The gravamen of the complaint was the allegation that DCYF's failings expose foster children in its custody to an unreasonable risk of harm in violation of their substantive due process rights. Relatedly, the complaint averred that the State had failed to comply in various respects with the Adoption Assistance and Child Welfare Act of 1980, 42 U.S.C. §§ 620 –628, 670 –679a.

The State moved to dismiss the complaint, and the district court obliged. The court's principal rationale was that the proposed next friends did not satisfy Rule 17's requirements.1 See Sam M. ex rel. Elliott v. Carcieri, 610 F.Supp.2d 171, 181–84 (D.R.I.2009). On appeal, we deemed it fitting that foster children be afforded access to a federal forum to seek redress against their custodian. See Sam M., 608 F.3d at 91–92. After evaluating the qualifications of the proposed next friends, we concluded that they were suitable representatives. See id. at 92–94.

On remand, the case was transferred to a different trier. See D.R.I. R. 105(b). The State again moved to dismiss, this time invoking Federal Rule of Civil Procedure 12(b)(6). Although the district court dismissed as moot the claims of five more plaintiffs, it allowed the case to proceed. See Sam M. ex rel. Elliott v. Chafee, 800 F.Supp.2d 363, 389 (D.R.I.2011). The court then invited the parties to submit updated briefing on the plaintiffs' motion for class certification (which had been filed with the complaint). Later, however, the court advised the parties that it would not address class certification until it had decided dispositive motions on the individual claims.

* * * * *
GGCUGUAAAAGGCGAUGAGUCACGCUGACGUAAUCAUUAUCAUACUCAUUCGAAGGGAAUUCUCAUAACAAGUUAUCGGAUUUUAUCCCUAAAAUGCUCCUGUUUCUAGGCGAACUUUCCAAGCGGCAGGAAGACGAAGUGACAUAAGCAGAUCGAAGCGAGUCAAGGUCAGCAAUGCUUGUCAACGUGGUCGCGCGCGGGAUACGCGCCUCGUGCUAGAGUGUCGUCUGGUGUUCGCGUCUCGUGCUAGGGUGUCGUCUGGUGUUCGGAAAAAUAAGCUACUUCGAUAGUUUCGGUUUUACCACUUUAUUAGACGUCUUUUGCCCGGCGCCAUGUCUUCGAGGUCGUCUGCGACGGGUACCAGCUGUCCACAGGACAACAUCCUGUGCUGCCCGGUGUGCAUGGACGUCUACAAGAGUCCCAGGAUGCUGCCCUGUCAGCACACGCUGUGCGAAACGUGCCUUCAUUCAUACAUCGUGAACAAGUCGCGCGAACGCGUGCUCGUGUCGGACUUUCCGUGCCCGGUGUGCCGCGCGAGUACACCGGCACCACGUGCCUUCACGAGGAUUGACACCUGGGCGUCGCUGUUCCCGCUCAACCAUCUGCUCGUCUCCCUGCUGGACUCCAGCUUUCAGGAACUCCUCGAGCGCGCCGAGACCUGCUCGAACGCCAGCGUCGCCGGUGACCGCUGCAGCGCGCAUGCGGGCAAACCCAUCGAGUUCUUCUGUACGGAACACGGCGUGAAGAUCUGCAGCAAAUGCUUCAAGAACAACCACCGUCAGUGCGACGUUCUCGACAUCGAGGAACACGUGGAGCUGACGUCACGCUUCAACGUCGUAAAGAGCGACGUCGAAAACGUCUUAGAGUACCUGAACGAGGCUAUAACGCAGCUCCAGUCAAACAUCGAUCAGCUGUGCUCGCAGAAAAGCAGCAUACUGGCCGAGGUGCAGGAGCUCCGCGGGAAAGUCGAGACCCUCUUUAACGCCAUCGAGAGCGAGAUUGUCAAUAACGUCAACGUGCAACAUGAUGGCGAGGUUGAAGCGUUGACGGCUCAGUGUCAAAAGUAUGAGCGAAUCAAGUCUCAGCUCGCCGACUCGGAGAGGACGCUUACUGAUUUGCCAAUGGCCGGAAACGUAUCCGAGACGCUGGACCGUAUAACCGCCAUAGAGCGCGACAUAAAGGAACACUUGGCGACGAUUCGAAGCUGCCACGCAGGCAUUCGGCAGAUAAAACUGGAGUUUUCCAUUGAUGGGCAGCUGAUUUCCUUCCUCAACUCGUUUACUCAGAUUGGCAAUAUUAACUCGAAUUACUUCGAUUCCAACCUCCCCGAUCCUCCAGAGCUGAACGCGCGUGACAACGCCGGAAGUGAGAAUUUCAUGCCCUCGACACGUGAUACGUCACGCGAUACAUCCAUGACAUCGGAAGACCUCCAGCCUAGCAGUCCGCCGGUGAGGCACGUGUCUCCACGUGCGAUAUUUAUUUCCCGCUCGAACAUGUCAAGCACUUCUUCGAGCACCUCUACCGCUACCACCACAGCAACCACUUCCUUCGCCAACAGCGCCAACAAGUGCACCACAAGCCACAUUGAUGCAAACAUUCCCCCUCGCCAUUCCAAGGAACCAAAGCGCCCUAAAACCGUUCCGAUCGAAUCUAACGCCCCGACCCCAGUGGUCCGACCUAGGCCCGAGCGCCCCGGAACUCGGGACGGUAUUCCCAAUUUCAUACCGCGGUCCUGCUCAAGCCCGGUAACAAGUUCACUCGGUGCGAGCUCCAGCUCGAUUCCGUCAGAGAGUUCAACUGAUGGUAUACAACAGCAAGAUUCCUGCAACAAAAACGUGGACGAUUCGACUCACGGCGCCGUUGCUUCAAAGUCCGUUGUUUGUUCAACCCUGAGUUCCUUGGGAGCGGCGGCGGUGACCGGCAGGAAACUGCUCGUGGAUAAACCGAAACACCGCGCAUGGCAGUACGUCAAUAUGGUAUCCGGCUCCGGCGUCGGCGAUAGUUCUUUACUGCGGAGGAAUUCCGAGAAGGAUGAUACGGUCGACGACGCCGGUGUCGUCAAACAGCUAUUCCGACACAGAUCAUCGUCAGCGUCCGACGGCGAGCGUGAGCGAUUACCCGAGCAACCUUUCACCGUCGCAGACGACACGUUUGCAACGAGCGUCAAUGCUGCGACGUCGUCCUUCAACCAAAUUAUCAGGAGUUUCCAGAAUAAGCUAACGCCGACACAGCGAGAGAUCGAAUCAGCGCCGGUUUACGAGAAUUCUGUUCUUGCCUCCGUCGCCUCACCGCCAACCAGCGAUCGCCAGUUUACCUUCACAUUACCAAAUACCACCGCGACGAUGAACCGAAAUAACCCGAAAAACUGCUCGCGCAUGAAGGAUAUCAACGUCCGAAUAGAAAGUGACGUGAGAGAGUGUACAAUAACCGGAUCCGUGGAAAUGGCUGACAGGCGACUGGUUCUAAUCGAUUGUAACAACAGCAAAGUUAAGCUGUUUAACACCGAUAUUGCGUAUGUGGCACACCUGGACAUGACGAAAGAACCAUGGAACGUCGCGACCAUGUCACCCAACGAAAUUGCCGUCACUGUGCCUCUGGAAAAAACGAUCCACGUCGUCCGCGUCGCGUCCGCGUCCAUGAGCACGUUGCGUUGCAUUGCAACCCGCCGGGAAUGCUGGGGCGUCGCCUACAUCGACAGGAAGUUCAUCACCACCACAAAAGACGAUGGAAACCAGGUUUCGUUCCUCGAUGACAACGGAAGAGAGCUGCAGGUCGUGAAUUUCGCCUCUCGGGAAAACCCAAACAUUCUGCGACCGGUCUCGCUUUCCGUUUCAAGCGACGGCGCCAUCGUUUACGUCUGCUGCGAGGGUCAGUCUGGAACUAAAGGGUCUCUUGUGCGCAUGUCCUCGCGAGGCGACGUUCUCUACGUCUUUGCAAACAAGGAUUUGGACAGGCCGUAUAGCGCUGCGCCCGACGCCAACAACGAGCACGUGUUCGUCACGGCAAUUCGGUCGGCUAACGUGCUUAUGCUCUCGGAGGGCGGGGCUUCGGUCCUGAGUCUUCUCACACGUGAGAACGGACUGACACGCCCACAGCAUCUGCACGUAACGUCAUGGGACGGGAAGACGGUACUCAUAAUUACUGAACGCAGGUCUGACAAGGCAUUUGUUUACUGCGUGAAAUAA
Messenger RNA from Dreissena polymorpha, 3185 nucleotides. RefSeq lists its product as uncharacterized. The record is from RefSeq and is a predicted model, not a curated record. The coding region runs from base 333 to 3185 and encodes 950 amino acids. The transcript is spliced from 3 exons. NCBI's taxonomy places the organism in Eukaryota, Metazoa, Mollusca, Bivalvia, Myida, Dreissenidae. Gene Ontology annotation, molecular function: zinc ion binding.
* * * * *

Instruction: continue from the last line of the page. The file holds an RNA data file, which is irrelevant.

Concerned about the ravages of mootness, the district court allowed the filing of an amended complaint adding five new plaintiffs. The court then denied without prejudice the motion for class certification.

Pretrial discovery frequently proved contentious, taxing the patience of the district judge and the magistrate judge. Although their efforts bordered on the heroic, we eschew a blow-by-blow account and, instead, fast-forward through seven months of discovery to October 23, 2012. On that date—with an array of unfulfilled discovery requests and motions to compel pending—the State moved for a protective order aimed at limiting the scope of discovery. Its principal thesis was that the plaintiffs were entitled only to information pertaining directly to the named plaintiffs. For example, it objected to many of the plaintiffs' discovery requests on the ground that the information sought went beyond the case files of the individual plaintiffs and, therefore, was not relevant.